COUNTDOWN TO THE RETURN OF ALFIE (Dec. 1): 11 essays on #11 (#4 — Daniel Alfredsson as mental health crusader)

AlfieCover_300-235x320In April 2013, Ottawa Magazine honoured the captain with the “Alfie Pack,” deconstructing the Senators’ icon with 11 essays on No. 11. By July, he was a Detroit Red Wing.

On December 1, Alfie and the Red Wings visit The Canadian Tire Centre for the first time since the deal was done. In the lead-up to the big event, Ottawa Magazine revisits our 11 essays — one essay per day for 11 days. (Want a copy? Back issues for sale here.)


Turning It up to 11: Alfie as Mental Health Crusader

By Moira Farr

In the photograph on the website, he’s wearing a grey golf shirt, distressed jeans, and a great pair of running shoes. His muscled arms are folded across his chest, and he stares full on into the camera with a no-nonsense expression. He could be the guy who just arrived on your doorstep to deliver your new television. He could be your decent neighbour coming around to make sure you know about the rash of break-ins nearby. He could be your trusted brother who hasn’t heard from you in a while and just wanted to check in and see if you’re okay.

Daniel Alfredsson was shot for the You Know Who I Am campaign of the Royal Ottawa Mental Health Centre. Photography by Colin Rowe
Daniel Alfredsson was shot for the You Know Who I Am campaign of the Royal Ottawa Mental Health Centre. Photography by Colin Rowe

You know who he is. No, not the television man, the guy next door, your brother, or God — just Daniel Alfredsson: proud, unashamed face of the You Know Who I Am campaign of the Royal Ottawa Mental Health Centre. When a traditionally less than popular cause, such as mental illness, goes looking for a spokesperson and the most popular, respected sports figure in your community says, “Yes, I’ll be your man for that,” you can bet the people behind that cause do a happy dance.

Alfredsson said yes to The Royal in 2008 and has steadily supported its campaign ever since, faithfully attending galas and other events, chairing the annual Leaders for Mental Health fundraising breakfast, and freely lending his name and image to the cause of ending the stigma that has always surrounded mental illness.

“The first time he visited The Royal to talk about getting involved, he was interested and engaged. He came and toured the facility, met with staff and patients, and was ready to get involved, indicating, ‘Just tell me what I can do,’ ” says Andrée Steel, president and CEO of the Royal Ottawa Foundation for Mental Health.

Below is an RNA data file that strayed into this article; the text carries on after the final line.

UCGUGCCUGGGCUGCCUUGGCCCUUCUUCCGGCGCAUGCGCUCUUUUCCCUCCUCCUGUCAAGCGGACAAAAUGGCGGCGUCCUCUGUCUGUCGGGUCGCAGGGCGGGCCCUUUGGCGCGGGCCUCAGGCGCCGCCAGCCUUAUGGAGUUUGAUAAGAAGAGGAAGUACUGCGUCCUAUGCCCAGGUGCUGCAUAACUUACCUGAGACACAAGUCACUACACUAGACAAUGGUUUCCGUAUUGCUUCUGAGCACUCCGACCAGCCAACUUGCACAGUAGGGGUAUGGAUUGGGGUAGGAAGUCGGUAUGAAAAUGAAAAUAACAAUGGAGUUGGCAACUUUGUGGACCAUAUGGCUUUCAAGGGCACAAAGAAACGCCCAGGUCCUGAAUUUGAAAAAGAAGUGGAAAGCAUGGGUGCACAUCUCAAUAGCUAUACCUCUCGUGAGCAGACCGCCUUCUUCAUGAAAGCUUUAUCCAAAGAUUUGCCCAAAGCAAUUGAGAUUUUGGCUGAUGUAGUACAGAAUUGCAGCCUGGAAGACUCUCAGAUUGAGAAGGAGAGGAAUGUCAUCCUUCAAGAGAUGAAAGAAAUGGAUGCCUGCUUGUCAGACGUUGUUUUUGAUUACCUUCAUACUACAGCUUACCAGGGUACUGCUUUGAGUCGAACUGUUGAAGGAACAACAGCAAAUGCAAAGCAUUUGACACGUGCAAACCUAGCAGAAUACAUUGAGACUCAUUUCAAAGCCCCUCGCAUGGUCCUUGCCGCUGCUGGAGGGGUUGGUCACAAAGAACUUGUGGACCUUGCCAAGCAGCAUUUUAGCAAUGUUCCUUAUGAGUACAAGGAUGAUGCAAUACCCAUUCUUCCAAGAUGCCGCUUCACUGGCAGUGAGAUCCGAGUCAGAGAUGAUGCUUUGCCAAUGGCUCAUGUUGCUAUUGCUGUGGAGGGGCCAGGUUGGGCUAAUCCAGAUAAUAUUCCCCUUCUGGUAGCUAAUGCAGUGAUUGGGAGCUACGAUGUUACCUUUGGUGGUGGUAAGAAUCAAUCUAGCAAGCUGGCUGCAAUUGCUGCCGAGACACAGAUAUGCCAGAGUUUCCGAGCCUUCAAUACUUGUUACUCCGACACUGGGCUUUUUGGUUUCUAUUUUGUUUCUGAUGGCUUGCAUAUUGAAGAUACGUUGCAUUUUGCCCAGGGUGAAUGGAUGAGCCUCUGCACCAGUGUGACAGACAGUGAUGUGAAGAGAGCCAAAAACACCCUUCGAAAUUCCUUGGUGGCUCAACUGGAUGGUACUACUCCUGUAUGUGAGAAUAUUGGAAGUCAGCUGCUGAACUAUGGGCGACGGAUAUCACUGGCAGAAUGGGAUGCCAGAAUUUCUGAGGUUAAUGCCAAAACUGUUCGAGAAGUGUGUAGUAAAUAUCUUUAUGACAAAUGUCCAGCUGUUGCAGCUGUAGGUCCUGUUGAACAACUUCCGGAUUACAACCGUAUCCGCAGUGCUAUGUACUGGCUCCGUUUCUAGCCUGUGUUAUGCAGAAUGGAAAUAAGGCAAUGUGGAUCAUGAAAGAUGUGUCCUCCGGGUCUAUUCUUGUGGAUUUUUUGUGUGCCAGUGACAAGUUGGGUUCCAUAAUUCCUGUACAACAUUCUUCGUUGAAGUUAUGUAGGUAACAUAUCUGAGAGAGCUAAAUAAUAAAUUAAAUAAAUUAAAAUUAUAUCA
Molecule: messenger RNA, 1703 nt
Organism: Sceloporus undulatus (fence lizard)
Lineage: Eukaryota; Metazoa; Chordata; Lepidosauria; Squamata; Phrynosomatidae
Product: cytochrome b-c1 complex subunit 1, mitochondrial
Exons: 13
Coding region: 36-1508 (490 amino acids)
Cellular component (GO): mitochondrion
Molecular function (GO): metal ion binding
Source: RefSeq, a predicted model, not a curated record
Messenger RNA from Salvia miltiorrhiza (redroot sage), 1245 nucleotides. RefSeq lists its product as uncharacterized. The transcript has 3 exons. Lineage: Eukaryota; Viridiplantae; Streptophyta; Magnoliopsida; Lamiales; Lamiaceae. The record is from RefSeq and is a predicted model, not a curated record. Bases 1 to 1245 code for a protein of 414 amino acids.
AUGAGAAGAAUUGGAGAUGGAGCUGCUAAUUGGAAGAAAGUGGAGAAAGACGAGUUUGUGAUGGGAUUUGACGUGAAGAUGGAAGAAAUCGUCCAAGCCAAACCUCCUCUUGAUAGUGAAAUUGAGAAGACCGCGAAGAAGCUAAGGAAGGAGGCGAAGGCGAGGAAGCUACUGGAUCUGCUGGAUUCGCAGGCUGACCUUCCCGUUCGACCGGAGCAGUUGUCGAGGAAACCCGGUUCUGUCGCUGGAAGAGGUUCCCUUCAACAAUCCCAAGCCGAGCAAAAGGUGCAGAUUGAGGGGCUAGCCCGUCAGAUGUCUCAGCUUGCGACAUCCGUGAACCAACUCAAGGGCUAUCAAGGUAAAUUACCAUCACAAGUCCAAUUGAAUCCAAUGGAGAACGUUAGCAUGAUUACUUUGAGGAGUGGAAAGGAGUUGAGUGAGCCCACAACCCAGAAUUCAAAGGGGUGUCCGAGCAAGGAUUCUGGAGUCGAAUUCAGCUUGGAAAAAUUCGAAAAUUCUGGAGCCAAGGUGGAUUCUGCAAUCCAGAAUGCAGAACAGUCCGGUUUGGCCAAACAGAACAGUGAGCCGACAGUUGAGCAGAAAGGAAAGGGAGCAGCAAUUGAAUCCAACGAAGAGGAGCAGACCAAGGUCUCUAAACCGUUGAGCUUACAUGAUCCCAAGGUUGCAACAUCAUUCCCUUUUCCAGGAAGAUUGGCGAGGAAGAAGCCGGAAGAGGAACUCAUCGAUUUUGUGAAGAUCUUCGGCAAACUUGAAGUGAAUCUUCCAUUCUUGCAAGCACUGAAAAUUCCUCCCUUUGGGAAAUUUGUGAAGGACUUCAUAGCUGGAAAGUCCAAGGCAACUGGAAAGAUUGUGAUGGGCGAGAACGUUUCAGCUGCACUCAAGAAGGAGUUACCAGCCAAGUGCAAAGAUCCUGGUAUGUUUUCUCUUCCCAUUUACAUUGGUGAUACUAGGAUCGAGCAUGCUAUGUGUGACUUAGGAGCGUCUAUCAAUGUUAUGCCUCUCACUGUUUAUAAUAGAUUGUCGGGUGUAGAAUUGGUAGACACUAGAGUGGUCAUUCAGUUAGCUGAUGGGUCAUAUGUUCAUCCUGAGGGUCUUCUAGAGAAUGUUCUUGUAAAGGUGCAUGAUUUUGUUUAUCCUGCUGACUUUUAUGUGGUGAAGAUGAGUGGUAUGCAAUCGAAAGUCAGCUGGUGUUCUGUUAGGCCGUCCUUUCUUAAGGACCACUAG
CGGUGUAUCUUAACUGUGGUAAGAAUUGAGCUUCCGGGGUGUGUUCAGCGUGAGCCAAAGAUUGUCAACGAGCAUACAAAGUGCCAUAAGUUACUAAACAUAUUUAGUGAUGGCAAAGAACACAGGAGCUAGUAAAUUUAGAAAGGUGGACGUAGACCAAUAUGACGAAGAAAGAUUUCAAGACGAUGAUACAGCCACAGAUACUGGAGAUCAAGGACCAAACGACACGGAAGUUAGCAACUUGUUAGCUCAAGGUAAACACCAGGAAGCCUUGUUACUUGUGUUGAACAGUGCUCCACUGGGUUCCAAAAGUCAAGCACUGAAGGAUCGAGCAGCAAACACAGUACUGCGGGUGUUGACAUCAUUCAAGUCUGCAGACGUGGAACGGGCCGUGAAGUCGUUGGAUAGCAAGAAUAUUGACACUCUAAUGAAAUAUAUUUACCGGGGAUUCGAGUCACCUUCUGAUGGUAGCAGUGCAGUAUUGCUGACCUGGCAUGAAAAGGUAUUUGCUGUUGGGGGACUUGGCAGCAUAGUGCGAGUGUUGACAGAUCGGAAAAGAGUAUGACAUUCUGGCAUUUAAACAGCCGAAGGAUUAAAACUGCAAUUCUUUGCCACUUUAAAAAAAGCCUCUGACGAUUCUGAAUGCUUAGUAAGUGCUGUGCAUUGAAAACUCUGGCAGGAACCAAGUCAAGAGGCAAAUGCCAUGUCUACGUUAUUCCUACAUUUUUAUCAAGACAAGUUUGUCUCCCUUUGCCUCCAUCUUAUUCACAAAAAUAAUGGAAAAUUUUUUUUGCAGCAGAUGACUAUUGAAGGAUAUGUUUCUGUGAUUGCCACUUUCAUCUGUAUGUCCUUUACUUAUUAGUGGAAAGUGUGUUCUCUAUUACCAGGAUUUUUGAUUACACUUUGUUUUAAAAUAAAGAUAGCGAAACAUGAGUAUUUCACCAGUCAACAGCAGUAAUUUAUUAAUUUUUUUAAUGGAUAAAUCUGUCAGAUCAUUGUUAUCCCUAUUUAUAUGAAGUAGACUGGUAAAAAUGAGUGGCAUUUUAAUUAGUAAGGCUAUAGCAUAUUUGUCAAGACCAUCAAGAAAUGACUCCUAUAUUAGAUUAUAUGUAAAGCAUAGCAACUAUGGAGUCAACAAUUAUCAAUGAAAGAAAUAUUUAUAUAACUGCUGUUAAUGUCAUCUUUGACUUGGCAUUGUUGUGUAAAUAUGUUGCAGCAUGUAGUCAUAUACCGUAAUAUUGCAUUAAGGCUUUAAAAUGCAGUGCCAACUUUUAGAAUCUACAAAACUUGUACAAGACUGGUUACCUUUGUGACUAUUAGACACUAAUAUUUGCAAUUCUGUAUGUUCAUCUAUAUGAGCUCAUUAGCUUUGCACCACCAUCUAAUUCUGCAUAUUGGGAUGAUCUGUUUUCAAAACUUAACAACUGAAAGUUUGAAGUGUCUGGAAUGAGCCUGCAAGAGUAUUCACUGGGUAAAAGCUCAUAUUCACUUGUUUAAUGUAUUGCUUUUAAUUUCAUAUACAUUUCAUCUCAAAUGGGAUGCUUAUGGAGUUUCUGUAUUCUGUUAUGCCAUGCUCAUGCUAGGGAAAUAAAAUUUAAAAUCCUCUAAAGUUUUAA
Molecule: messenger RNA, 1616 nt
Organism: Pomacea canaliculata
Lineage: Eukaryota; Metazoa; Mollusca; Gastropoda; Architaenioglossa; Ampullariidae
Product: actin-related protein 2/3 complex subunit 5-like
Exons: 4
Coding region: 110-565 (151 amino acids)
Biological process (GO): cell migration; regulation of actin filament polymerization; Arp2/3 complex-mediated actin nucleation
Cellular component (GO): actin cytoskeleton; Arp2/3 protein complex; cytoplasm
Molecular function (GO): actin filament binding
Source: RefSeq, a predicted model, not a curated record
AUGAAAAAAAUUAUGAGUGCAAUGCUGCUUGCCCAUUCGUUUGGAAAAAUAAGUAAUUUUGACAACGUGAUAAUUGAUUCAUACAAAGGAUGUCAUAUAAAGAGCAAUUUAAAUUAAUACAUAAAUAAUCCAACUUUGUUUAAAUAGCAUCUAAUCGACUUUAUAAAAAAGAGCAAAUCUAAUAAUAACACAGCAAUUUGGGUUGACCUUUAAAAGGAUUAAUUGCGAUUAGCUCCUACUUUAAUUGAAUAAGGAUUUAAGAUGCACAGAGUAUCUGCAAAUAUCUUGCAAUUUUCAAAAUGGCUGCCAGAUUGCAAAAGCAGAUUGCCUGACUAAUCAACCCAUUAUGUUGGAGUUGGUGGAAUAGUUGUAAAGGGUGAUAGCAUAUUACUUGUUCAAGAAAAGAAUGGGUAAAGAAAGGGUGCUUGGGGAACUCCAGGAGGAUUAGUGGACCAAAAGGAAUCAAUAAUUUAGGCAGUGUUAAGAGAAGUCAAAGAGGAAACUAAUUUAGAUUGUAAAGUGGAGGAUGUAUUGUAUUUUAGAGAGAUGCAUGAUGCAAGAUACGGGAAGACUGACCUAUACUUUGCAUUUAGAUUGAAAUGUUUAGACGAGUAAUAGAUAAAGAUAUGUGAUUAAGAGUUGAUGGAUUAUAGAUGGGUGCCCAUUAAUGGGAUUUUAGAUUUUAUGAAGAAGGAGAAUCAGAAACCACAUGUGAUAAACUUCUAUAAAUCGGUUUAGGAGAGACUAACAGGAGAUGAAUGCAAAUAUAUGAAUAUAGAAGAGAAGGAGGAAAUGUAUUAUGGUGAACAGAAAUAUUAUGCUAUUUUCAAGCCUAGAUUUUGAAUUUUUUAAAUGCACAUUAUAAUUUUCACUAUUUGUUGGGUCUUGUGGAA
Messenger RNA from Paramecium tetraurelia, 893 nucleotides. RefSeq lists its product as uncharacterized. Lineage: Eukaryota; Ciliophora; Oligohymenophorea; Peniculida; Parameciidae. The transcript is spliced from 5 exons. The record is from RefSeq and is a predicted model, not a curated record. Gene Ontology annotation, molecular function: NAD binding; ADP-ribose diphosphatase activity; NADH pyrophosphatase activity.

Why this cause? Alfredsson has been open about his own connection to the issue: his younger sister, Cecilia, back in Sweden, suffers from generalized anxiety disorder, a reality that has affected the whole family.

She is doing well now, with treatment and support, but Alfredsson has the humility to admit that he was as uninformed and unsympathetic as the next person when she began to have difficulties, because he didn’t understand the seriousness of mood disorders. It made him realize how much he didn’t know about mental illness.

Now he gets it and gets that speaking openly about such problems is the only way to reduce the fear, shame, and secrecy that have often accompanied those who have battled mental illness.

Alfredsson’s impact, Steel says, has been extraordinary. “It goes beyond Ottawa. We get national media attention now. Since he joined the campaign, we’ve had so many people approach us who say he has inspired them to volunteer, make donations, or simply come forward and tell their own stories. He has made it okay to talk about mental illness.”

It’s an impact felt deeply in the Senators community — indeed, across the NHL. When the 2010 suicide of Daron Richardson, 14-year-old daughter of then assistant coach Luke Richardson, rocked the entire city, Alfredsson was there to support and speak out, especially with a message encouraging young people to reach out for help in dark times. When the Richardson family decided to start their own philanthropic campaign, Do It For Daron, in partnership with The Royal, Alfredsson and his wife, Bibi, matched their donation to the cause without hesitation.

That picture of him out of uniform on the You Know Who I Am website is well chosen and significant. It levels the playing field. It says mental illness affects everyone — television guys, neighbours, brothers, sisters, daughters, sons, and hockey heroes — and that courage is a good thing to have, on or off the ice.